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GAMING NEWS

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March 28, 2007

World Without Oil

A new entry in the category of "Serious Games" or "Alternate reality Games" - World Without Oil (coming April 30th), in which "the game will essentially encourage people to envision a world in which the United States has been cut off from oil imports. Then, visitors will be urged to participate in the game by writing their own stories, creating videos or even by conjuring so-called flash mobs in U.S. cities."

The game fits in with a new movement to create situations where participants can become engaged in current affairs issues and work in collaborative groups to imagine new solutions.

http://news.com.com/Provocative+politics+in+virtual+games/2100-1043_3-6171089.html?tag=nefd.lede

Posted by undergrad at 12:51 PM | TrackBack

March 21, 2007

French Government looks to provide state support for game development

France's Minister of Culture is seeking to provide state support for game developers working in France. From Wired News:

"Earlier this month, French Culture Minister Renaud Donnedieu de Vabres inducted three game designers into the prestigious Ordre des Arts et des Lettres (Order of Arts and Literature) as chevaliers, or knights: Peter Molyneux (Populous and Black & White), Eric Viennot (Missing) and Antoine Villette (Alone in the Dark: The New Nightmare)."

The support comes in the form of tax breaks, and comes in part to recognize video games as a part of culture on par with literature and film.

Article Link: http://www.wired.com/news/culture/games/0,73004-0.html

Posted by undergrad at 4:02 PM | TrackBack

March 20, 2007

"More video games, fewer books at schools?" - Reuters

Reuters has an interesting article which summarizes a lot of recent work in educational/serious games and their potential role in improving digital media literacy in schools.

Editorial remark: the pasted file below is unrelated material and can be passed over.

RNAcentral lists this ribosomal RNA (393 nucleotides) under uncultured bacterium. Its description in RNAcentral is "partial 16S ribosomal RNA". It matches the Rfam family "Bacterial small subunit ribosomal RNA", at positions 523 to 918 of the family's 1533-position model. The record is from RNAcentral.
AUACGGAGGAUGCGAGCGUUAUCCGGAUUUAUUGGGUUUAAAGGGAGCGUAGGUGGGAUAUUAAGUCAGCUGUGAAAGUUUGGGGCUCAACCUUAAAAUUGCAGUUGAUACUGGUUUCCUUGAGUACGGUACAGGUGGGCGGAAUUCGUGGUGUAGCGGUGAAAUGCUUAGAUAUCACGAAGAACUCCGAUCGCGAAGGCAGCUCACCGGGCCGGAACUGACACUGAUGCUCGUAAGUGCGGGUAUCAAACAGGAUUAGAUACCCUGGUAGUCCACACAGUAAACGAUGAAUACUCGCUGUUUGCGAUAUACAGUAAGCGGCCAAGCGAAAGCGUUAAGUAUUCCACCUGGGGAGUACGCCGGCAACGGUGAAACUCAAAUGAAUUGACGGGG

Posted by undergrad at 3:06 PM | TrackBack

March 16, 2007

PS3 for science

From CNet News:
http://news.com.com/2300-1043_3-6167448-1.html?tag=cnetfd.mt

"Beginning March 23, PlayStation 3 users will be able to connect their consoles online to Stanford University's Folding@home project, allowing researchers to tap into the machines' substantial processing power as they study a process called protein folding. A principal objective of the research is to better understand not only the process of protein folding--the folding of protein strands into the three-dimensional molecules that determine their biological function--but how incorrectly folded proteins lead to serious diseases such as cancer, Parkinson's and Alzheimer's."

For more details and to participate:
Folding@Home Homepage

Posted by undergrad at 11:42 AM | Comments (1) | TrackBack

March 13, 2007

Duke Nukem-based game created to analyze depression

From the National Institute of Mental Health website:

"Scientists are using a virtual-reality, three-dimensional video game that challenges spatial memory as a new tool for assessing the link between depression and the hippocampus, the brain's memory hub. Spatial memory is the memory of how things are oriented in space and how to get to them. Researchers found that depressed people performed poorly on the video game compared with nondepressed people, suggesting that their hippocampi were not working properly.

Results were published by NIMH researcher Neda Gould and colleagues in the March issue of the American Journal of Psychiatry."

The game is apparently based on the Duke Nukem game engine. Here's the cite to that Gould article:

Neda F. Gould, M. Kathleen Holmes, Bryan D. Fantie, David A. Luckenbaugh, Daniel S. Pine, Todd D. Gould, Neil Burgess, Husseini K. Manji, and Carlos A. Zarate, Jr.
Performance on a Virtual Reality Spatial Memory Navigation Task in Depressed Patients
American Journal of Psychiatry 2007 (164): 516-519

Posted by undergrad at 11:33 AM | TrackBack